The supernatural is what connects these two series. Spirits and otherwordly beings lurk around the characters' life causing mischief and horror. People are to be not as they seem and mysteries lie in the air, waiting to be picked up. If one of these two shows has picked up your interest, continue on to the next.
Probably just because of some the typical mythic creatures used by a Clamp story. Expect light humour, and cute characters
xxxHOLiC has much more humor, but they both deal with supernatural stories in somewhat dark and sometimes horrific ways.
Mononoke and XXXholic both deal with paranormal entities appearing in every day life. The main character in Mononoke bears several resemblances with Yuko from XXXholic, most prominently their shared knowledge and formidability when it comes to rid themselves of spirits. Furthermore, both shows carry eccentric but genuinely beautiful visual styles, and while the one found in Mononoke is far more sophisticated and original they are almost equally satisfying. If you've seen one, then make sure to check the other one out!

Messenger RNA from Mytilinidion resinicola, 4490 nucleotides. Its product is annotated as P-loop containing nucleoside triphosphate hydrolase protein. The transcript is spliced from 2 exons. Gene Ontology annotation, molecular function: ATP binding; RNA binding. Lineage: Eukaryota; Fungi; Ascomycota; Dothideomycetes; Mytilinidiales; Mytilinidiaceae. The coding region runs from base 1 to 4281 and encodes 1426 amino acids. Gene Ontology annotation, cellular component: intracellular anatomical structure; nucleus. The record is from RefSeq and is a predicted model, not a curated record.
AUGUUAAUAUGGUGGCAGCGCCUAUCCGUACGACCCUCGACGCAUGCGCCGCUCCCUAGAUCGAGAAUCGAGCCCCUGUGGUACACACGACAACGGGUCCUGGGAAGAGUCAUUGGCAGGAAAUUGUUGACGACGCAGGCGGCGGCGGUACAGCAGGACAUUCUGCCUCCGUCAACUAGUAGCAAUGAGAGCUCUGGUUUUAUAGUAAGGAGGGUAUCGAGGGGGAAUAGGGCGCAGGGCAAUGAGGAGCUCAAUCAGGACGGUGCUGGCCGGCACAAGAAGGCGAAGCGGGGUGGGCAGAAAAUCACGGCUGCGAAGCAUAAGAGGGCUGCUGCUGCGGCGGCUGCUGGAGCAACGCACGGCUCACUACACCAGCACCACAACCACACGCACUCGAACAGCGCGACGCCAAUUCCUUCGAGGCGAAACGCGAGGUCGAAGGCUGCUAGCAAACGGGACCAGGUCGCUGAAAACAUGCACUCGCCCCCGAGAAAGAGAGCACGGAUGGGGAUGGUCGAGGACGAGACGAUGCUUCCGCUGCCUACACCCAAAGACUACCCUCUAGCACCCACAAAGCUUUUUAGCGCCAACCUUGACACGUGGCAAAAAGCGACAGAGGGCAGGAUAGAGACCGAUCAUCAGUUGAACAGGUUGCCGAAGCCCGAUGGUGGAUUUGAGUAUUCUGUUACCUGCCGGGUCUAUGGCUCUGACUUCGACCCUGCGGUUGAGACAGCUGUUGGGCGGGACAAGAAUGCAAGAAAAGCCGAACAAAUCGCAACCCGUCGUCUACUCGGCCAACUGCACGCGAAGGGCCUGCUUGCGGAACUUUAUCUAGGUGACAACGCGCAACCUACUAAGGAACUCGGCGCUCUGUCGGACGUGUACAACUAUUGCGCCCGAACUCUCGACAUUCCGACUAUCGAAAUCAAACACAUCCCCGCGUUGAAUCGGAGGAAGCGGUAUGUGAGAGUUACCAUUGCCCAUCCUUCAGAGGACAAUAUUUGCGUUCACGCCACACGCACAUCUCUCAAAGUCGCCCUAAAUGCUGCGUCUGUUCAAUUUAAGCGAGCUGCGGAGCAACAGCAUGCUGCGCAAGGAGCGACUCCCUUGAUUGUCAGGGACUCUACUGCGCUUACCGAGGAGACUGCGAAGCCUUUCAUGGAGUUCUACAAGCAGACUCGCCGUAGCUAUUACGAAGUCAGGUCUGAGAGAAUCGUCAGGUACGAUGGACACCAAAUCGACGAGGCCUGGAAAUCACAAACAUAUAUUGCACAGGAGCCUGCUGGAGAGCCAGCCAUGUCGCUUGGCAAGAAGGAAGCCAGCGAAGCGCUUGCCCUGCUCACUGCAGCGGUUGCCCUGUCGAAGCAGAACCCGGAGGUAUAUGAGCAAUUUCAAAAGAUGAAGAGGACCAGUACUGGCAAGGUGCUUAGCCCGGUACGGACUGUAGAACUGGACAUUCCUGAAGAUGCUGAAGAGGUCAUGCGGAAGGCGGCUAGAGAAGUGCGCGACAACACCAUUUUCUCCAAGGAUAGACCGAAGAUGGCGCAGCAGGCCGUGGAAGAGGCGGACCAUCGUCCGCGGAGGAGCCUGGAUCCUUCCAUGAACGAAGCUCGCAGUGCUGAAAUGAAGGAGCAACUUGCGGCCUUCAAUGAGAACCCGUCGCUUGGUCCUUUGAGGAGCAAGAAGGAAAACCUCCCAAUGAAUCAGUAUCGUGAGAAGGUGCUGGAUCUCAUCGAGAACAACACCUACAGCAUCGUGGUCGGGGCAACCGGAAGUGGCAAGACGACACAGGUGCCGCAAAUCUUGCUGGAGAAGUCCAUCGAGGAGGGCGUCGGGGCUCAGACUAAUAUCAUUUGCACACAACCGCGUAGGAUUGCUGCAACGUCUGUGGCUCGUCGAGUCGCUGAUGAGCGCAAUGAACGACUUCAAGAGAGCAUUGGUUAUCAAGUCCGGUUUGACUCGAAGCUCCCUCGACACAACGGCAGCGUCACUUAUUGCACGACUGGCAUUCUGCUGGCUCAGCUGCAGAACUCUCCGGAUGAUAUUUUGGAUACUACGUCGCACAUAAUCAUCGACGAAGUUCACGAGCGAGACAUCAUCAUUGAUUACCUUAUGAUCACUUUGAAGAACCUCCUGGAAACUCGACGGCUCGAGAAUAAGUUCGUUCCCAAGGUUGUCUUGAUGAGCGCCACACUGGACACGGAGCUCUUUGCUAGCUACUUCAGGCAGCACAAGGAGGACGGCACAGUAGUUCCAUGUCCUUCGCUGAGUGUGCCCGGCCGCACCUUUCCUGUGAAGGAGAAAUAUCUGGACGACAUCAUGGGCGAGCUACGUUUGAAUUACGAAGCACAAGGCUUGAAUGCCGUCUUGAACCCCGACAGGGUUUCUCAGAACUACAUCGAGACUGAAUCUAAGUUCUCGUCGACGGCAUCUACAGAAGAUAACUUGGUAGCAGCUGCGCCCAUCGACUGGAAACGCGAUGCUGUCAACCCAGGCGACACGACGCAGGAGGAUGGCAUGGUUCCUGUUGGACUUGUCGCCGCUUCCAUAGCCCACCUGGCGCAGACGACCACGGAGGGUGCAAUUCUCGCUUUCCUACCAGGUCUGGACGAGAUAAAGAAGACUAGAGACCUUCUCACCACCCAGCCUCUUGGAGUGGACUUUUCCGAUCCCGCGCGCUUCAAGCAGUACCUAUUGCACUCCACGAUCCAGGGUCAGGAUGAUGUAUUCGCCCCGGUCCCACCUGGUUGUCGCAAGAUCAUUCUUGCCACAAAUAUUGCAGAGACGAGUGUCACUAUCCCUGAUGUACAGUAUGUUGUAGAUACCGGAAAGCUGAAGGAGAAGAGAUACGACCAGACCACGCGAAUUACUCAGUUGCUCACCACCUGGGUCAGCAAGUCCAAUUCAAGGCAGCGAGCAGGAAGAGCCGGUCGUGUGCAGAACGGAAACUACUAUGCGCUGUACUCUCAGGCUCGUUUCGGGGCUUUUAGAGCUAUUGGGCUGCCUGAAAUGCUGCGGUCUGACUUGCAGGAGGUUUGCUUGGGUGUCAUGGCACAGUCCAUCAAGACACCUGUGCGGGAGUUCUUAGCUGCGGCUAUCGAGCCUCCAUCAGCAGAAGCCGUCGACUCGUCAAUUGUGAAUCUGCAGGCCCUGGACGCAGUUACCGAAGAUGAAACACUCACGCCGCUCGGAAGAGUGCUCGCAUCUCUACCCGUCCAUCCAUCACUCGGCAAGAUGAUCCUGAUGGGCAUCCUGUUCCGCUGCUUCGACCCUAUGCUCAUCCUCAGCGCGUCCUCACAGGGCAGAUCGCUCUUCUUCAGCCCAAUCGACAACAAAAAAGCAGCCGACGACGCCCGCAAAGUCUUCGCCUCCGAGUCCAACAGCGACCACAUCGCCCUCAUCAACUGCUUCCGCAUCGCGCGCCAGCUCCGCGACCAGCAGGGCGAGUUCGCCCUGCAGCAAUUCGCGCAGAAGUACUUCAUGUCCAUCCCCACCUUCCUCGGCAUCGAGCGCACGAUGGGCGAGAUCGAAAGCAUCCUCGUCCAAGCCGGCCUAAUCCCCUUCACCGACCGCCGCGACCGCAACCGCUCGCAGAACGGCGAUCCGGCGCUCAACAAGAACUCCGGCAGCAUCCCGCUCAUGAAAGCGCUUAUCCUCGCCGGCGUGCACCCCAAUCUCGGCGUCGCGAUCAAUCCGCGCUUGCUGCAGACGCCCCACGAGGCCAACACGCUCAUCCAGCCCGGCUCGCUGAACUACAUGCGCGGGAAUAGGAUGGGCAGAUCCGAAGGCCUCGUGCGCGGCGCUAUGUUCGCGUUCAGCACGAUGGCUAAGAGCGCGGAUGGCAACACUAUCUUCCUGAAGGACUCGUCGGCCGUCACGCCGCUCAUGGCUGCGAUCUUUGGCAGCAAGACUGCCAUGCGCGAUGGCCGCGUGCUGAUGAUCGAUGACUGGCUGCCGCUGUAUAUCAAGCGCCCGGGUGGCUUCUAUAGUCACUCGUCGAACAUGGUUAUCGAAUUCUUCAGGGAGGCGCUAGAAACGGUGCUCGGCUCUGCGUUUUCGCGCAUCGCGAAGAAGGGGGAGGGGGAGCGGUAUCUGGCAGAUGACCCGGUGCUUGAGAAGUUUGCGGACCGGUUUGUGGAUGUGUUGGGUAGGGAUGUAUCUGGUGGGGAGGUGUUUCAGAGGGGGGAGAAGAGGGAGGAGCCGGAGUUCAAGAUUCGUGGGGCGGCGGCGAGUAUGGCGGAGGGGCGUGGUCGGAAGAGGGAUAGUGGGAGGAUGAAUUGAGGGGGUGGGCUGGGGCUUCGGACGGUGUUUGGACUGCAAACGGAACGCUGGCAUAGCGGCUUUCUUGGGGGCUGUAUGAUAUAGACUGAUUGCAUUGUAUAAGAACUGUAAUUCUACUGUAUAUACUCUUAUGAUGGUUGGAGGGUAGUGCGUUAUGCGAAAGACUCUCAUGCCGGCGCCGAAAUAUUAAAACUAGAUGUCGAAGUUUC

Koyomi Araragi is an aloof boy who holds a strange, supernatural secret which inadvertently leads him to others with similar stories. Gods, spirits and afflictions can be pesky things, taking important memories or causing unusual tendencies – a fact that Koyomi and others are unfortunately aware of. Using the help of an eccentric homeless man, Koyomi is able to help new friends he meets along the way with their own paranormal conundrums…
Mononoke and Bakemonogatari are unique. Both are horror anime that give an original spin to Japanese folklore while exploring the medium in novel ways. The visual artistry involved is stunning and matches a narrative style that impacts the viewer by being genuinely creepy. These efforts match a stunning artwork and fluid animation with a keen insight into the uncanny. Fans of one are strongly advised to check out the other, especially since this kind of anime is rare and hard to come by.
These two animes actually have quite a bit in common. They both deal with supernatural creatures and their affects on human beings. In other words, in discovering more about the creatures, the main character also learns more about the people involved in the story. They are both beautifully and uniquely animated. These two are some of my favorite animes I have seen.
Bakemonogatari and Mononoke both deal with monsters from Japanese folklore. To defeat monsters the main characters need to learn how the monsters came to be in the first place.